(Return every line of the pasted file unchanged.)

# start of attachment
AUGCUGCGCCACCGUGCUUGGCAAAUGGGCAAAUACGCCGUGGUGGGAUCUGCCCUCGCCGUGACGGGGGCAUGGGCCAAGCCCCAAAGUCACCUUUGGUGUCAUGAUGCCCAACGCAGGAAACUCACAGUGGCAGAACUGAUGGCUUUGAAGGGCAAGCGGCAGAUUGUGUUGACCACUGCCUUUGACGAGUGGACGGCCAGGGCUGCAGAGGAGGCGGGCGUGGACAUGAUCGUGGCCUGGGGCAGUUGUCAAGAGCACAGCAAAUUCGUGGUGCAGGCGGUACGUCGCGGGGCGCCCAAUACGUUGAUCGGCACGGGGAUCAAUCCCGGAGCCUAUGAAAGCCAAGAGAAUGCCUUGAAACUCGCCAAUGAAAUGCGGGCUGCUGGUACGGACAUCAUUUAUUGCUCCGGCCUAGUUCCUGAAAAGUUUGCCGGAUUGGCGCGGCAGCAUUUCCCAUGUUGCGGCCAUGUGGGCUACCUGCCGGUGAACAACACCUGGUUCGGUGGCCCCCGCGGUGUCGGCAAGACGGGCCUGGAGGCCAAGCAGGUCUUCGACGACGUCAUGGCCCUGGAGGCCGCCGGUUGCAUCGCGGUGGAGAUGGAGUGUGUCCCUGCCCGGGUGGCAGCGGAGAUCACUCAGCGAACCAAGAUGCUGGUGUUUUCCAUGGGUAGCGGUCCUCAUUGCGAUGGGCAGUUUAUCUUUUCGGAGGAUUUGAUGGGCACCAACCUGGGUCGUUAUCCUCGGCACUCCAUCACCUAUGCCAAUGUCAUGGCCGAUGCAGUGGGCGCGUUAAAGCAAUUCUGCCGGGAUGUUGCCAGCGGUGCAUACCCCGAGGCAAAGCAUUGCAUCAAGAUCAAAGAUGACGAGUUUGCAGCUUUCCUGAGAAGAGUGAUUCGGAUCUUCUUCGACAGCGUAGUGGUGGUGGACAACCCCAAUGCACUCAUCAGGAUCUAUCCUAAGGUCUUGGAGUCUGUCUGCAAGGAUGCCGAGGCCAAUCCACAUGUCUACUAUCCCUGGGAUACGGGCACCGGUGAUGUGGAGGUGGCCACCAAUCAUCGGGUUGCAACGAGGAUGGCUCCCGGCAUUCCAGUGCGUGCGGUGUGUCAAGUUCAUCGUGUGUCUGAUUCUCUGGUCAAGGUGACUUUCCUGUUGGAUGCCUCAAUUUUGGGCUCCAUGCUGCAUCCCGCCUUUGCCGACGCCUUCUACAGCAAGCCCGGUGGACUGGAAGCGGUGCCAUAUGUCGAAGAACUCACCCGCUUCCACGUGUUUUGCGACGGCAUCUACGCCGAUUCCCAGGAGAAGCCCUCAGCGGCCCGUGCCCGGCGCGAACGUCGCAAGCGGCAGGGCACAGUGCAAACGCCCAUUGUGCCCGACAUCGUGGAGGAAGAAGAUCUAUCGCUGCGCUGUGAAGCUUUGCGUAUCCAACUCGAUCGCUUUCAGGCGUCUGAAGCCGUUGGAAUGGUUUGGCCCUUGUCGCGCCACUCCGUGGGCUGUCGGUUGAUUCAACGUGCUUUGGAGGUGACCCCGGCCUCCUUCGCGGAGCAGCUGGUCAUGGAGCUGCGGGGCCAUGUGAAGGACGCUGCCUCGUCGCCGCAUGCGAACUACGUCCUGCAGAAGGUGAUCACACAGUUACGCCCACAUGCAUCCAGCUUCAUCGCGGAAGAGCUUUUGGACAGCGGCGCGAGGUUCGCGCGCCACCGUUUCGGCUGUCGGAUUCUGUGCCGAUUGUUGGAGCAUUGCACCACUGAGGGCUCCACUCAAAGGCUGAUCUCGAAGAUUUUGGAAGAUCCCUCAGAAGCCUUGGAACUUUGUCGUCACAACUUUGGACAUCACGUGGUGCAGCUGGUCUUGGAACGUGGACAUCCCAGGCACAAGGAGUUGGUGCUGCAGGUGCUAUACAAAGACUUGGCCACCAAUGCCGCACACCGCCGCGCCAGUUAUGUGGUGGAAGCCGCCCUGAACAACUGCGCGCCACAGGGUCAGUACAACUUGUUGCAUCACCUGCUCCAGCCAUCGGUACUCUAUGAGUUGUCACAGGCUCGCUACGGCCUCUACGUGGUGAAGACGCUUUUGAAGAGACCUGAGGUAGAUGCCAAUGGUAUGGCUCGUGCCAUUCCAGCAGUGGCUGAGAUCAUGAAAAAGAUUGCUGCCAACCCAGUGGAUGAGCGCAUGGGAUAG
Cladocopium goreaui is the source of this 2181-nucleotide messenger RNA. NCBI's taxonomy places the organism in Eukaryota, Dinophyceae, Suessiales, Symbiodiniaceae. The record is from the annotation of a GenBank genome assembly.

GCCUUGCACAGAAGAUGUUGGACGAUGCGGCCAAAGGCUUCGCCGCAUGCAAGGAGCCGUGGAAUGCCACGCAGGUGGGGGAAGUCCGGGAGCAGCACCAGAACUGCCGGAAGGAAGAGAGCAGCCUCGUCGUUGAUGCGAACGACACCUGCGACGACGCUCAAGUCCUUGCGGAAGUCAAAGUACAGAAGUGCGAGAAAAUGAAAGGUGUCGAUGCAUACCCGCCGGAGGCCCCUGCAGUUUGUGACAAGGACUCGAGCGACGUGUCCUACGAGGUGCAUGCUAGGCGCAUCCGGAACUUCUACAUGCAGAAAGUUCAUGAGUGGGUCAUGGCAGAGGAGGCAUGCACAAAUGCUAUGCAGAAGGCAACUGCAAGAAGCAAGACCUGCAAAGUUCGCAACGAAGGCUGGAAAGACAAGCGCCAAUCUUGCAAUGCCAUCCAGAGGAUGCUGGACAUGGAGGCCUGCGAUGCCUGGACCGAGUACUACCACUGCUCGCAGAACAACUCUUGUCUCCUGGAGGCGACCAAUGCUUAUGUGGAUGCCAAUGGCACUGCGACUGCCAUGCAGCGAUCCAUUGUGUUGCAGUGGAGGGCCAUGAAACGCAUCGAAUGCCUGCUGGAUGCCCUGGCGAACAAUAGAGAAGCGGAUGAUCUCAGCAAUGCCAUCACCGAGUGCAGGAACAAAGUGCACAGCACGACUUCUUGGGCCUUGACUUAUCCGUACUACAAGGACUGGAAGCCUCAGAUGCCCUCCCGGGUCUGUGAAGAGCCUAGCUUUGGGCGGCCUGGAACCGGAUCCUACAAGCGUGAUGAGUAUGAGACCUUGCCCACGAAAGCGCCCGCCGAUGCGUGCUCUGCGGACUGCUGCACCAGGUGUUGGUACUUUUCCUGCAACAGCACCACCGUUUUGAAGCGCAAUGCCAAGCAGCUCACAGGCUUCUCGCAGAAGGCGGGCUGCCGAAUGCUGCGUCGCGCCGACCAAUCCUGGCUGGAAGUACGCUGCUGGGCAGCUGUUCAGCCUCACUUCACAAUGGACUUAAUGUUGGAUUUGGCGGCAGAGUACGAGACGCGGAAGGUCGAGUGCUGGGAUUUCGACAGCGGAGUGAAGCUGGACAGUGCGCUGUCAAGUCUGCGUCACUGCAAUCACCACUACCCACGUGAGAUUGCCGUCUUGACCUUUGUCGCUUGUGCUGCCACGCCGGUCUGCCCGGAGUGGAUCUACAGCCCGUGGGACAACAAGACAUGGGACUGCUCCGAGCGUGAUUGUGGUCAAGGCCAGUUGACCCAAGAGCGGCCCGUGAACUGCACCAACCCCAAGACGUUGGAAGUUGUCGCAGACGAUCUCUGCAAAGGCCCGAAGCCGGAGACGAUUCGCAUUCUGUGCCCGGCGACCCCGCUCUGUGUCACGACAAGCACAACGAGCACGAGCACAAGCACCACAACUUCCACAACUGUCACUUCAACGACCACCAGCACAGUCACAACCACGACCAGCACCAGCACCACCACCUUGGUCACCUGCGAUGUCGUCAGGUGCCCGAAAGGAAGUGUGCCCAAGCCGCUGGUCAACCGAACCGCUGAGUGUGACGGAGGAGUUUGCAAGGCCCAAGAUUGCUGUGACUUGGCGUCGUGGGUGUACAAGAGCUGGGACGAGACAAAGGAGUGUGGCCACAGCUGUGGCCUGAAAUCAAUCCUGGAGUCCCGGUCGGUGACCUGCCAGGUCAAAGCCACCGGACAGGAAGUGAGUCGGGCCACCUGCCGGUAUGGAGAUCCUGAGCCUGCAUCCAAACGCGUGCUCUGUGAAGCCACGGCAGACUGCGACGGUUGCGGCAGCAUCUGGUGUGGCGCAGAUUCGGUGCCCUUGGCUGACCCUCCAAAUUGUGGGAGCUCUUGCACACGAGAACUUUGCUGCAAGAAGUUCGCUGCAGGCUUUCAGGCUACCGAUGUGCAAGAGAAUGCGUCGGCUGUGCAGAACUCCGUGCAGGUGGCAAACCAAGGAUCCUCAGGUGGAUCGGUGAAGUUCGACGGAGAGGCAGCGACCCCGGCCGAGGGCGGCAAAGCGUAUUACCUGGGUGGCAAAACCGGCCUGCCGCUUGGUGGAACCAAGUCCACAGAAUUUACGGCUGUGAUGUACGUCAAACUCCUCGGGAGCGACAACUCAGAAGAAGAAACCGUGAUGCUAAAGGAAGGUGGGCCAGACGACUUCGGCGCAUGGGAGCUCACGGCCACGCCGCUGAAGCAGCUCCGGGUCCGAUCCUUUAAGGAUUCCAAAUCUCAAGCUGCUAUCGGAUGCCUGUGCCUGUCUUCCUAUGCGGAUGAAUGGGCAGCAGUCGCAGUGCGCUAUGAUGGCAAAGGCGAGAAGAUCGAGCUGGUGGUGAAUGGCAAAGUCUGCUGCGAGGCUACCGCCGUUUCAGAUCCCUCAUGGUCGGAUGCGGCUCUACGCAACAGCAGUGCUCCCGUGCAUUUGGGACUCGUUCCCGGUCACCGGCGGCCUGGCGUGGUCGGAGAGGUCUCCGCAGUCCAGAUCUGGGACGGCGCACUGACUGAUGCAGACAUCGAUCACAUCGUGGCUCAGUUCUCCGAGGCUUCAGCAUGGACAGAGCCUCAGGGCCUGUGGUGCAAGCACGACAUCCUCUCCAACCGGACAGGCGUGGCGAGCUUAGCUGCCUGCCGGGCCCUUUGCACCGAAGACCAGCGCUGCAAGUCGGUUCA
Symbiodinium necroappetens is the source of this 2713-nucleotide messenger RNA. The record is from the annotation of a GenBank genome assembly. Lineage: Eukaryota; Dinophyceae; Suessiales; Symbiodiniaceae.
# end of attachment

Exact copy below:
AUGCUGCGCCACCGUGCUUGGCAAAUGGGCAAAUACGCCGUGGUGGGAUCUGCCCUCGCCGUGACGGGGGCAUGGGCCAAGCCCCAAAGUCACCUUUGGUGUCAUGAUGCCCAACGCAGGAAACUCACAGUGGCAGAACUGAUGGCUUUGAAGGGCAAGCGGCAGAUUGUGUUGACCACUGCCUUUGACGAGUGGACGGCCAGGGCUGCAGAGGAGGCGGGCGUGGACAUGAUCGUGGCCUGGGGCAGUUGUCAAGAGCACAGCAAAUUCGUGGUGCAGGCGGUACGUCGCGGGGCGCCCAAUACGUUGAUCGGCACGGGGAUCAAUCCCGGAGCCUAUGAAAGCCAAGAGAAUGCCUUGAAACUCGCCAAUGAAAUGCGGGCUGCUGGUACGGACAUCAUUUAUUGCUCCGGCCUAGUUCCUGAAAAGUUUGCCGGAUUGGCGCGGCAGCAUUUCCCAUGUUGCGGCCAUGUGGGCUACCUGCCGGUGAACAACACCUGGUUCGGUGGCCCCCGCGGUGUCGGCAAGACGGGCCUGGAGGCCAAGCAGGUCUUCGACGACGUCAUGGCCCUGGAGGCCGCCGGUUGCAUCGCGGUGGAGAUGGAGUGUGUCCCUGCCCGGGUGGCAGCGGAGAUCACUCAGCGAACCAAGAUGCUGGUGUUUUCCAUGGGUAGCGGUCCUCAUUGCGAUGGGCAGUUUAUCUUUUCGGAGGAUUUGAUGGGCACCAACCUGGGUCGUUAUCCUCGGCACUCCAUCACCUAUGCCAAUGUCAUGGCCGAUGCAGUGGGCGCGUUAAAGCAAUUCUGCCGGGAUGUUGCCAGCGGUGCAUACCCCGAGGCAAAGCAUUGCAUCAAGAUCAAAGAUGACGAGUUUGCAGCUUUCCUGAGAAGAGUGAUUCGGAUCUUCUUCGACAGCGUAGUGGUGGUGGACAACCCCAAUGCACUCAUCAGGAUCUAUCCUAAGGUCUUGGAGUCUGUCUGCAAGGAUGCCGAGGCCAAUCCACAUGUCUACUAUCCCUGGGAUACGGGCACCGGUGAUGUGGAGGUGGCCACCAAUCAUCGGGUUGCAACGAGGAUGGCUCCCGGCAUUCCAGUGCGUGCGGUGUGUCAAGUUCAUCGUGUGUCUGAUUCUCUGGUCAAGGUGACUUUCCUGUUGGAUGCCUCAAUUUUGGGCUCCAUGCUGCAUCCCGCCUUUGCCGACGCCUUCUACAGCAAGCCCGGUGGACUGGAAGCGGUGCCAUAUGUCGAAGAACUCACCCGCUUCCACGUGUUUUGCGACGGCAUCUACGCCGAUUCCCAGGAGAAGCCCUCAGCGGCCCGUGCCCGGCGCGAACGUCGCAAGCGGCAGGGCACAGUGCAAACGCCCAUUGUGCCCGACAUCGUGGAGGAAGAAGAUCUAUCGCUGCGCUGUGAAGCUUUGCGUAUCCAACUCGAUCGCUUUCAGGCGUCUGAAGCCGUUGGAAUGGUUUGGCCCUUGUCGCGCCACUCCGUGGGCUGUCGGUUGAUUCAACGUGCUUUGGAGGUGACCCCGGCCUCCUUCGCGGAGCAGCUGGUCAUGGAGCUGCGGGGCCAUGUGAAGGACGCUGCCUCGUCGCCGCAUGCGAACUACGUCCUGCAGAAGGUGAUCACACAGUUACGCCCACAUGCAUCCAGCUUCAUCGCGGAAGAGCUUUUGGACAGCGGCGCGAGGUUCGCGCGCCACCGUUUCGGCUGUCGGAUUCUGUGCCGAUUGUUGGAGCAUUGCACCACUGAGGGCUCCACUCAAAGGCUGAUCUCGAAGAUUUUGGAAGAUCCCUCAGAAGCCUUGGAACUUUGUCGUCACAACUUUGGACAUCACGUGGUGCAGCUGGUCUUGGAACGUGGACAUCCCAGGCACAAGGAGUUGGUGCUGCAGGUGCUAUACAAAGACUUGGCCACCAAUGCCGCACACCGCCGCGCCAGUUAUGUGGUGGAAGCCGCCCUGAACAACUGCGCGCCACAGGGUCAGUACAACUUGUUGCAUCACCUGCUCCAGCCAUCGGUACUCUAUGAGUUGUCACAGGCUCGCUACGGCCUCUACGUGGUGAAGACGCUUUUGAAGAGACCUGAGGUAGAUGCCAAUGGUAUGGCUCGUGCCAUUCCAGCAGUGGCUGAGAUCAUGAAAAAGAUUGCUGCCAACCCAGUGGAUGAGCGCAUGGGAUAG
Cladocopium goreaui is the source of this 2181-nucleotide messenger RNA. NCBI's taxonomy places the organism in Eukaryota, Dinophyceae, Suessiales, Symbiodiniaceae. The record is from the annotation of a GenBank genome assembly.

GCCUUGCACAGAAGAUGUUGGACGAUGCGGCCAAAGGCUUCGCCGCAUGCAAGGAGCCGUGGAAUGCCACGCAGGUGGGGGAAGUCCGGGAGCAGCACCAGAACUGCCGGAAGGAAGAGAGCAGCCUCGUCGUUGAUGCGAACGACACCUGCGACGACGCUCAAGUCCUUGCGGAAGUCAAAGUACAGAAGUGCGAGAAAAUGAAAGGUGUCGAUGCAUACCCGCCGGAGGCCCCUGCAGUUUGUGACAAGGACUCGAGCGACGUGUCCUACGAGGUGCAUGCUAGGCGCAUCCGGAACUUCUACAUGCAGAAAGUUCAUGAGUGGGUCAUGGCAGAGGAGGCAUGCACAAAUGCUAUGCAGAAGGCAACUGCAAGAAGCAAGACCUGCAAAGUUCGCAACGAAGGCUGGAAAGACAAGCGCCAAUCUUGCAAUGCCAUCCAGAGGAUGCUGGACAUGGAGGCCUGCGAUGCCUGGACCGAGUACUACCACUGCUCGCAGAACAACUCUUGUCUCCUGGAGGCGACCAAUGCUUAUGUGGAUGCCAAUGGCACUGCGACUGCCAUGCAGCGAUCCAUUGUGUUGCAGUGGAGGGCCAUGAAACGCAUCGAAUGCCUGCUGGAUGCCCUGGCGAACAAUAGAGAAGCGGAUGAUCUCAGCAAUGCCAUCACCGAGUGCAGGAACAAAGUGCACAGCACGACUUCUUGGGCCUUGACUUAUCCGUACUACAAGGACUGGAAGCCUCAGAUGCCCUCCCGGGUCUGUGAAGAGCCUAGCUUUGGGCGGCCUGGAACCGGAUCCUACAAGCGUGAUGAGUAUGAGACCUUGCCCACGAAAGCGCCCGCCGAUGCGUGCUCUGCGGACUGCUGCACCAGGUGUUGGUACUUUUCCUGCAACAGCACCACCGUUUUGAAGCGCAAUGCCAAGCAGCUCACAGGCUUCUCGCAGAAGGCGGGCUGCCGAAUGCUGCGUCGCGCCGACCAAUCCUGGCUGGAAGUACGCUGCUGGGCAGCUGUUCAGCCUCACUUCACAAUGGACUUAAUGUUGGAUUUGGCGGCAGAGUACGAGACGCGGAAGGUCGAGUGCUGGGAUUUCGACAGCGGAGUGAAGCUGGACAGUGCGCUGUCAAGUCUGCGUCACUGCAAUCACCACUACCCACGUGAGAUUGCCGUCUUGACCUUUGUCGCUUGUGCUGCCACGCCGGUCUGCCCGGAGUGGAUCUACAGCCCGUGGGACAACAAGACAUGGGACUGCUCCGAGCGUGAUUGUGGUCAAGGCCAGUUGACCCAAGAGCGGCCCGUGAACUGCACCAACCCCAAGACGUUGGAAGUUGUCGCAGACGAUCUCUGCAAAGGCCCGAAGCCGGAGACGAUUCGCAUUCUGUGCCCGGCGACCCCGCUCUGUGUCACGACAAGCACAACGAGCACGAGCACAAGCACCACAACUUCCACAACUGUCACUUCAACGACCACCAGCACAGUCACAACCACGACCAGCACCAGCACCACCACCUUGGUCACCUGCGAUGUCGUCAGGUGCCCGAAAGGAAGUGUGCCCAAGCCGCUGGUCAACCGAACCGCUGAGUGUGACGGAGGAGUUUGCAAGGCCCAAGAUUGCUGUGACUUGGCGUCGUGGGUGUACAAGAGCUGGGACGAGACAAAGGAGUGUGGCCACAGCUGUGGCCUGAAAUCAAUCCUGGAGUCCCGGUCGGUGACCUGCCAGGUCAAAGCCACCGGACAGGAAGUGAGUCGGGCCACCUGCCGGUAUGGAGAUCCUGAGCCUGCAUCCAAACGCGUGCUCUGUGAAGCCACGGCAGACUGCGACGGUUGCGGCAGCAUCUGGUGUGGCGCAGAUUCGGUGCCCUUGGCUGACCCUCCAAAUUGUGGGAGCUCUUGCACACGAGAACUUUGCUGCAAGAAGUUCGCUGCAGGCUUUCAGGCUACCGAUGUGCAAGAGAAUGCGUCGGCUGUGCAGAACUCCGUGCAGGUGGCAAACCAAGGAUCCUCAGGUGGAUCGGUGAAGUUCGACGGAGAGGCAGCGACCCCGGCCGAGGGCGGCAAAGCGUAUUACCUGGGUGGCAAAACCGGCCUGCCGCUUGGUGGAACCAAGUCCACAGAAUUUACGGCUGUGAUGUACGUCAAACUCCUCGGGAGCGACAACUCAGAAGAAGAAACCGUGAUGCUAAAGGAAGGUGGGCCAGACGACUUCGGCGCAUGGGAGCUCACGGCCACGCCGCUGAAGCAGCUCCGGGUCCGAUCCUUUAAGGAUUCCAAAUCUCAAGCUGCUAUCGGAUGCCUGUGCCUGUCUUCCUAUGCGGAUGAAUGGGCAGCAGUCGCAGUGCGCUAUGAUGGCAAAGGCGAGAAGAUCGAGCUGGUGGUGAAUGGCAAAGUCUGCUGCGAGGCUACCGCCGUUUCAGAUCCCUCAUGGUCGGAUGCGGCUCUACGCAACAGCAGUGCUCCCGUGCAUUUGGGACUCGUUCCCGGUCACCGGCGGCCUGGCGUGGUCGGAGAGGUCUCCGCAGUCCAGAUCUGGGACGGCGCACUGACUGAUGCAGACAUCGAUCACAUCGUGGCUCAGUUCUCCGAGGCUUCAGCAUGGACAGAGCCUCAGGGCCUGUGGUGCAAGCACGACAUCCUCUCCAACCGGACAGGCGUGGCGAGCUUAGCUGCCUGCCGGGCCCUUUGCACCGAAGACCAGCGCUGCAAGUCGGUUCA
Symbiodinium necroappetens is the source of this 2713-nucleotide messenger RNA. The record is from the annotation of a GenBank genome assembly. Lineage: Eukaryota; Dinophyceae; Suessiales; Symbiodiniaceae.